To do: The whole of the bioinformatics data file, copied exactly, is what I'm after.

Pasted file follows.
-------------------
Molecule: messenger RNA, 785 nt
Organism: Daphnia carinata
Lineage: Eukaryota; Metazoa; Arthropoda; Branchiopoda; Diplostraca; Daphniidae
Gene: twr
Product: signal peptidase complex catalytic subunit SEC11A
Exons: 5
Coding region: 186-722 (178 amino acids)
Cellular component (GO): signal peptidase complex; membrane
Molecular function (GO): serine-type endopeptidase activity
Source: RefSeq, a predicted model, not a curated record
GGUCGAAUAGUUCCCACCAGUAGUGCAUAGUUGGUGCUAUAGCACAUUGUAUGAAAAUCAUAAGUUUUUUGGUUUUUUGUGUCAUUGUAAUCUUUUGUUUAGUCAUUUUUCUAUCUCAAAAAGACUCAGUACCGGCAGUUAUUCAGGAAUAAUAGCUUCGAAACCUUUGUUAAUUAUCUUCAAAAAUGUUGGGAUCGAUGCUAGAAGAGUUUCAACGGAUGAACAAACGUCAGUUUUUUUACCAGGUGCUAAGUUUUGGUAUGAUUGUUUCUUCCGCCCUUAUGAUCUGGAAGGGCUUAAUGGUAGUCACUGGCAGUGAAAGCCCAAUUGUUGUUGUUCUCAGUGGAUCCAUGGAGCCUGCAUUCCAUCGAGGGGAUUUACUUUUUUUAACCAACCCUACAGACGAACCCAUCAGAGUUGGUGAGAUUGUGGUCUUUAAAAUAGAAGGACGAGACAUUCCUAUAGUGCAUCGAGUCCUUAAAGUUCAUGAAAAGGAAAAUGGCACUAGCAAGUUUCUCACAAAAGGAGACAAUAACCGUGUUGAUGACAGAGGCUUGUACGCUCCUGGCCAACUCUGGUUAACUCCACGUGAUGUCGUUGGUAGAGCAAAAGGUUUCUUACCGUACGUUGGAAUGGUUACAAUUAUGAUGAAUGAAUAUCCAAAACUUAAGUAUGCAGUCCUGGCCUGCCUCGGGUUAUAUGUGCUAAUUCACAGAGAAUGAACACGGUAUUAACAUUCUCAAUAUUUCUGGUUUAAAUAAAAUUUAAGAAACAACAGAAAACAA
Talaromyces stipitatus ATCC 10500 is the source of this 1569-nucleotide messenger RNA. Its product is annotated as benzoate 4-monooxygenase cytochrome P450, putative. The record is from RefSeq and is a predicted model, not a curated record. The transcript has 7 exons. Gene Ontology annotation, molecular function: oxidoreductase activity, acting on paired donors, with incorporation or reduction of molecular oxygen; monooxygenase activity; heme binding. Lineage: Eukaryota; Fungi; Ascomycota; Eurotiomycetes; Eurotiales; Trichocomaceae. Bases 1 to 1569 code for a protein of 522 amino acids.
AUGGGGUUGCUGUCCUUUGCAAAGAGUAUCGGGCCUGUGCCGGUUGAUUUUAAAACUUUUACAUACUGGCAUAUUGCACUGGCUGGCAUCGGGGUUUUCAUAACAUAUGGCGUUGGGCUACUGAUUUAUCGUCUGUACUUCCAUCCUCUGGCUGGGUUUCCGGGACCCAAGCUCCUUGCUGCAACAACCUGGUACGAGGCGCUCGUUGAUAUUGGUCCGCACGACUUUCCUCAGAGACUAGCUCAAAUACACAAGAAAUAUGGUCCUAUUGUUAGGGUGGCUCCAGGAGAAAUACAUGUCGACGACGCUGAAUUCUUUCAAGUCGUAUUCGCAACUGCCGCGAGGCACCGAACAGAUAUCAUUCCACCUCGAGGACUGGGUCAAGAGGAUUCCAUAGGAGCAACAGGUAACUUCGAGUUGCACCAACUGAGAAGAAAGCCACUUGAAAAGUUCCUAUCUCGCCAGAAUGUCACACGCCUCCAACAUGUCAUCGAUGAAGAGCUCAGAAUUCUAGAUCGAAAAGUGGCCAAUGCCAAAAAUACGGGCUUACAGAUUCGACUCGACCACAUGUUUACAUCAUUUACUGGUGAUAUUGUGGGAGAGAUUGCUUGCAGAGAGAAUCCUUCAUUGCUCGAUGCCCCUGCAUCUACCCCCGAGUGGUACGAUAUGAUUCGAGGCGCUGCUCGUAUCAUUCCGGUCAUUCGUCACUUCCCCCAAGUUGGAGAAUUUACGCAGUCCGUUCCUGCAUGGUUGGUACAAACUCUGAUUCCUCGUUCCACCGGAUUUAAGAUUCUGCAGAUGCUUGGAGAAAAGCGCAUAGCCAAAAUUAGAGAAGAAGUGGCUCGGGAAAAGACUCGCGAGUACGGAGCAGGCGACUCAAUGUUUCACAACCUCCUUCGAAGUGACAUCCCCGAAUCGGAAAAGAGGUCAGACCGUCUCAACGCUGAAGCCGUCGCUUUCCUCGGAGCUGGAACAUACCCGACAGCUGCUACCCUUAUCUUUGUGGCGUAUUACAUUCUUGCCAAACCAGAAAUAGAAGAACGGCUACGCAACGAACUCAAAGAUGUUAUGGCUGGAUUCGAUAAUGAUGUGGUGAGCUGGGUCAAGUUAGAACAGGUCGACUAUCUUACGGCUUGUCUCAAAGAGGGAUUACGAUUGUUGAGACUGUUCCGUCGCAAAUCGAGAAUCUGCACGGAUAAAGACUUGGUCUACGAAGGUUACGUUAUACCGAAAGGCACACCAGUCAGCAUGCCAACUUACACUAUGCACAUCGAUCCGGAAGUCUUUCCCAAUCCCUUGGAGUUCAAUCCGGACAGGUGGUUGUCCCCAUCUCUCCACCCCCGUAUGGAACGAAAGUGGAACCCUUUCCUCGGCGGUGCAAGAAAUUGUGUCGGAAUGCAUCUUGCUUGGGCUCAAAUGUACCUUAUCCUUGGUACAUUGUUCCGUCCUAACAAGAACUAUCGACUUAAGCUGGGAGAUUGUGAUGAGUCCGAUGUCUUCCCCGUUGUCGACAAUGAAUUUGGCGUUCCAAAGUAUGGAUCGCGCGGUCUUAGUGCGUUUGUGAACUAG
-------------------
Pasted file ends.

Molecule: messenger RNA, 785 nt
Organism: Daphnia carinata
Lineage: Eukaryota; Metazoa; Arthropoda; Branchiopoda; Diplostraca; Daphniidae
Gene: twr
Product: signal peptidase complex catalytic subunit SEC11A
Exons: 5
Coding region: 186-722 (178 amino acids)
Cellular component (GO): signal peptidase complex; membrane
Molecular function (GO): serine-type endopeptidase activity
Source: RefSeq, a predicted model, not a curated record
GGUCGAAUAGUUCCCACCAGUAGUGCAUAGUUGGUGCUAUAGCACAUUGUAUGAAAAUCAUAAGUUUUUUGGUUUUUUGUGUCAUUGUAAUCUUUUGUUUAGUCAUUUUUCUAUCUCAAAAAGACUCAGUACCGGCAGUUAUUCAGGAAUAAUAGCUUCGAAACCUUUGUUAAUUAUCUUCAAAAAUGUUGGGAUCGAUGCUAGAAGAGUUUCAACGGAUGAACAAACGUCAGUUUUUUUACCAGGUGCUAAGUUUUGGUAUGAUUGUUUCUUCCGCCCUUAUGAUCUGGAAGGGCUUAAUGGUAGUCACUGGCAGUGAAAGCCCAAUUGUUGUUGUUCUCAGUGGAUCCAUGGAGCCUGCAUUCCAUCGAGGGGAUUUACUUUUUUUAACCAACCCUACAGACGAACCCAUCAGAGUUGGUGAGAUUGUGGUCUUUAAAAUAGAAGGACGAGACAUUCCUAUAGUGCAUCGAGUCCUUAAAGUUCAUGAAAAGGAAAAUGGCACUAGCAAGUUUCUCACAAAAGGAGACAAUAACCGUGUUGAUGACAGAGGCUUGUACGCUCCUGGCCAACUCUGGUUAACUCCACGUGAUGUCGUUGGUAGAGCAAAAGGUUUCUUACCGUACGUUGGAAUGGUUACAAUUAUGAUGAAUGAAUAUCCAAAACUUAAGUAUGCAGUCCUGGCCUGCCUCGGGUUAUAUGUGCUAAUUCACAGAGAAUGAACACGGUAUUAACAUUCUCAAUAUUUCUGGUUUAAAUAAAAUUUAAGAAACAACAGAAAACAA
Talaromyces stipitatus ATCC 10500 is the source of this 1569-nucleotide messenger RNA. Its product is annotated as benzoate 4-monooxygenase cytochrome P450, putative. The record is from RefSeq and is a predicted model, not a curated record. The transcript has 7 exons. Gene Ontology annotation, molecular function: oxidoreductase activity, acting on paired donors, with incorporation or reduction of molecular oxygen; monooxygenase activity; heme binding. Lineage: Eukaryota; Fungi; Ascomycota; Eurotiomycetes; Eurotiales; Trichocomaceae. Bases 1 to 1569 code for a protein of 522 amino acids.
AUGGGGUUGCUGUCCUUUGCAAAGAGUAUCGGGCCUGUGCCGGUUGAUUUUAAAACUUUUACAUACUGGCAUAUUGCACUGGCUGGCAUCGGGGUUUUCAUAACAUAUGGCGUUGGGCUACUGAUUUAUCGUCUGUACUUCCAUCCUCUGGCUGGGUUUCCGGGACCCAAGCUCCUUGCUGCAACAACCUGGUACGAGGCGCUCGUUGAUAUUGGUCCGCACGACUUUCCUCAGAGACUAGCUCAAAUACACAAGAAAUAUGGUCCUAUUGUUAGGGUGGCUCCAGGAGAAAUACAUGUCGACGACGCUGAAUUCUUUCAAGUCGUAUUCGCAACUGCCGCGAGGCACCGAACAGAUAUCAUUCCACCUCGAGGACUGGGUCAAGAGGAUUCCAUAGGAGCAACAGGUAACUUCGAGUUGCACCAACUGAGAAGAAAGCCACUUGAAAAGUUCCUAUCUCGCCAGAAUGUCACACGCCUCCAACAUGUCAUCGAUGAAGAGCUCAGAAUUCUAGAUCGAAAAGUGGCCAAUGCCAAAAAUACGGGCUUACAGAUUCGACUCGACCACAUGUUUACAUCAUUUACUGGUGAUAUUGUGGGAGAGAUUGCUUGCAGAGAGAAUCCUUCAUUGCUCGAUGCCCCUGCAUCUACCCCCGAGUGGUACGAUAUGAUUCGAGGCGCUGCUCGUAUCAUUCCGGUCAUUCGUCACUUCCCCCAAGUUGGAGAAUUUACGCAGUCCGUUCCUGCAUGGUUGGUACAAACUCUGAUUCCUCGUUCCACCGGAUUUAAGAUUCUGCAGAUGCUUGGAGAAAAGCGCAUAGCCAAAAUUAGAGAAGAAGUGGCUCGGGAAAAGACUCGCGAGUACGGAGCAGGCGACUCAAUGUUUCACAACCUCCUUCGAAGUGACAUCCCCGAAUCGGAAAAGAGGUCAGACCGUCUCAACGCUGAAGCCGUCGCUUUCCUCGGAGCUGGAACAUACCCGACAGCUGCUACCCUUAUCUUUGUGGCGUAUUACAUUCUUGCCAAACCAGAAAUAGAAGAACGGCUACGCAACGAACUCAAAGAUGUUAUGGCUGGAUUCGAUAAUGAUGUGGUGAGCUGGGUCAAGUUAGAACAGGUCGACUAUCUUACGGCUUGUCUCAAAGAGGGAUUACGAUUGUUGAGACUGUUCCGUCGCAAAUCGAGAAUCUGCACGGAUAAAGACUUGGUCUACGAAGGUUACGUUAUACCGAAAGGCACACCAGUCAGCAUGCCAACUUACACUAUGCACAUCGAUCCGGAAGUCUUUCCCAAUCCCUUGGAGUUCAAUCCGGACAGGUGGUUGUCCCCAUCUCUCCACCCCCGUAUGGAACGAAAGUGGAACCCUUUCCUCGGCGGUGCAAGAAAUUGUGUCGGAAUGCAUCUUGCUUGGGCUCAAAUGUACCUUAUCCUUGGUACAUUGUUCCGUCCUAACAAGAACUAUCGACUUAAGCUGGGAGAUUGUGAUGAGUCCGAUGUCUUCCCCGUUGUCGACAAUGAAUUUGGCGUUCCAAAGUAUGGAUCGCGCGGUCUUAGUGCGUUUGUGAACUAG